All these things can be set independently, even in combinations that make little sense. You can use a wide S-log 3 gamma with a small Rec 709 gamut and then do it in 8-bits to ensure the final image is close to unusable!
"For the Cine gammas I'd stay with Cine 2. Cine 3 and 4 are just variants with less dynamic range that I'd ignore (you can darken shadows in post by yourself). Cine 1 has marginally greater dynamic range than Cine 2 but is 16-255 that is flagged as "video" or limited range (16-235) so you have to manually correct this in Vegas so as not to lose highlights above 235, which is annoying and easy to forget. For that reason I use Cine 2 on my 8-bit Sonys.
For a darker room with daylight outside you may not have a single exposure that works well with both- just too much dynamic range so reframe so the window isn't in the shot. For outside situations the Cine profiles can help you keep detail in highlights like the sky compared to not using such a profile. It gives you more flexibility to mold the image in post using tools like the color grading panel or color curves."
I've done comparisons of the Picture Profiles with my camera which has the same general characteristics as the one used by @MH7. Generally, I shoot Cine1 or Cine2 when outside. Mostly, Cine1 even though I know it will be more hassle because of the levels definition (16-255). RogerS comment about Cine2 keeping the available bits in the range 16-235 appears to be verified by the comparison video.
"For a darker room with daylight outside you may not have a single exposure that works well with both"
To use the studio RGB settings for the scopes will only change the scale of the scope from 0-100% to -7% to 109%. If one wishes to stay in the legal range, what is 16..235, one can take care in both settings (but will see that easier if he enables the studio RGB settings).
That is of interest for broadcast stations for sure - but not so much for the private video sector.
I also have the Sony AX700 which has 10 picture profiles to choose from and most are customisable.
I prefer to use the what you see is what you get profile settings so I do not need to mess about too much in Vegas. I mainly use just levels filter to adjust the picture, and I am very happy with the result I get on my 65in OLED TV. I drove all my family mad when working through the picture profiles to get the balance I wanted, took about two weeks of fiddling comparing the different profiles and settings. There are many combinations to try.
Doug Jensen does a master class on the AX700 and goes into full detail of all the camera functions. The full class is available to purchase with the first overview lesson free. You also get his Picture Profile setting as part of the paid course which is developed in conjunction with expensive monitoring equipment. I used his profile and tweaked it slightly for my liking.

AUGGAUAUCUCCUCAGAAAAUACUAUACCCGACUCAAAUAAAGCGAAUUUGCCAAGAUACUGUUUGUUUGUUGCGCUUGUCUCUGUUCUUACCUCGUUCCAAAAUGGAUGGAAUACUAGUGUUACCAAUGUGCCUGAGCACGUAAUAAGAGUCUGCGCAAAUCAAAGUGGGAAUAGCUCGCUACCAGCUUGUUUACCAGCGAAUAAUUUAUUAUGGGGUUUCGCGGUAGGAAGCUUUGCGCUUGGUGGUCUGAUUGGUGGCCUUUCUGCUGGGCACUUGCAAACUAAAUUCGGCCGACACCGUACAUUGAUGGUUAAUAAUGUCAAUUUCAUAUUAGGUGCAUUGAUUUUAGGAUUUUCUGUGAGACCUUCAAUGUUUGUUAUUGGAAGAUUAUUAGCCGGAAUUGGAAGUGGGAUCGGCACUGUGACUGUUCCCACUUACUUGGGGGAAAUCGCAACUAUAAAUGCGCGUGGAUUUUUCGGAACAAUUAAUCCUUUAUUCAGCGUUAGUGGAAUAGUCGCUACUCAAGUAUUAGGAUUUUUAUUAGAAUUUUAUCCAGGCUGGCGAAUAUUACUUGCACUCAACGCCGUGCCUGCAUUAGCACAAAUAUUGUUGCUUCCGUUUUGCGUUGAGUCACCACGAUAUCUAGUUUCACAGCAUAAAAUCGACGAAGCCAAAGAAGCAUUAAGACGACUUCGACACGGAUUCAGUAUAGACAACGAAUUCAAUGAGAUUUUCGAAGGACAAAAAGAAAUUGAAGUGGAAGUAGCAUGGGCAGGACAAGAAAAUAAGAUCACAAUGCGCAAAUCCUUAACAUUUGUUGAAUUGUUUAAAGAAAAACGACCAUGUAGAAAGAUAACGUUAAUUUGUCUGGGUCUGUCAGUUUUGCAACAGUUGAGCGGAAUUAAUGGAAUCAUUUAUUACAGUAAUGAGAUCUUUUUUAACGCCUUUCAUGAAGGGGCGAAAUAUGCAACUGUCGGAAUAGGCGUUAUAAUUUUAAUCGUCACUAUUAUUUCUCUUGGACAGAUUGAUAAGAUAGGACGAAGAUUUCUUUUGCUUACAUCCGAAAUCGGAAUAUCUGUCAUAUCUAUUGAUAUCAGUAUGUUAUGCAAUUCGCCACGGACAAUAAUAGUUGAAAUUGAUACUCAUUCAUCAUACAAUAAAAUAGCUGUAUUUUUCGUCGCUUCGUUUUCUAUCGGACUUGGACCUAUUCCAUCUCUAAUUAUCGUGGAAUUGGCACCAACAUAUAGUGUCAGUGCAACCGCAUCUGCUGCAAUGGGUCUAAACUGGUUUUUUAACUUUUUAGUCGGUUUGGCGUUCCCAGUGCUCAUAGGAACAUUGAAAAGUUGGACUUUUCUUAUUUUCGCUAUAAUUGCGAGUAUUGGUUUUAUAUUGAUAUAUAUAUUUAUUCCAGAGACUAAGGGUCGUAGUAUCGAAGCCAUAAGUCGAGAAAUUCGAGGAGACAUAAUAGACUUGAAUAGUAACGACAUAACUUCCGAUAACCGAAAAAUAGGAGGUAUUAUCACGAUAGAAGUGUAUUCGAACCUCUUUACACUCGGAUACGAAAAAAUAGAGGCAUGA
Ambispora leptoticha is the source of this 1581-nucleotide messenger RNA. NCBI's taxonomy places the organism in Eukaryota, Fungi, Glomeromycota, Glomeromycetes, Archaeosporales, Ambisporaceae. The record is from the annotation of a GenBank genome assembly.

@Wolfgang S. said: "That is of interest for broadcast stations for sure - but not so much for the private video sector."
My wife watches broadcast TV all the time. When I interrupt her to play a family video from the media server, I want it to look like something from the same universe, so I attempt to follow broadcast standards.
With the tuners that I have, I can capture actual ATSC (2.0) OTA streams. Here is a sample of the levels that my local CBS affiliate delivers to my tuners.
Here is an example of the levels for some of my recent renders:
Thanks for everyones input. It’s greatly appreciated. Something that I have thought about: I remember reading or hearing somewhere that it’s good to shoot your videos a bit darker to retain more detail and then just fix them in post.
However, I’ve recently been rethinking that approach as I have found that videos that I film on my iPhone, I have filmed with the lighting adjusted for how you’d normally adjust them for family videos and bright parts like windows and lights are a tad blown out. Yet, it didn’t bother me too much.
So, with this in mind, I have wondered if I should not be to worried about really bright areas, like windows and lights, and just adjust my camera to film so that they could easily be watched, if desired, with no adjustment really needed. By this, I mean, it wouldn’t be too dark, or dark at all, but just at the right amount that’s not too blown out and not too dark. My apologies if that still is a tad hard to understand what I’m trying to say.
it’s good to shoot your videos a bit darker to retain more detail and then just fix them in post.
Definitely not. Expose to the right and use warning zebras to protect the most important highlights of your scene (which is not a window or a light source- those can blow out to white).
Well, for a good while I had been filming my videos a little darker than I how I would’ve wanted to. With one in particular being a tad too dark. So, when I went to lighten it in post, I did notice more noise, despite being film with a lower ISO/gain, than I would’ve liked. This video I’m talking about was filmed with my Sony FDR-AX700.
However, with your help, I now understand, decently better, how I need to set up my Sony camera. Thank you.
Just for clarification, what did you mean by “Expose to the right.” Did you mean to expose to the light?
The guide also has zebra settings for different Sony profiles.
Ah okay. I understand. I have had a little look at that link. Thank you. I will definitely make sure I have my camera display it’s Zebras and Histogram from now on. I think I’m understanding all this a fair bit better than I had been before. Now, thinking about it, I believe that recommendation to film darker was for iPhones but not for normal regular cameras.
Nevertheless, I definitely won’t be filming darker anymore with either my Sony camera nor my iPhone and I believe that I’ll get better results than I had been with now understand much better how to set up my cameras.
As far as the Sony picture profiles go, wouldn’t the Sony picture profiles be different for different Sony cameras, as in they may have the same profiles but each Sony camera could be ever so slightly calibrated differently.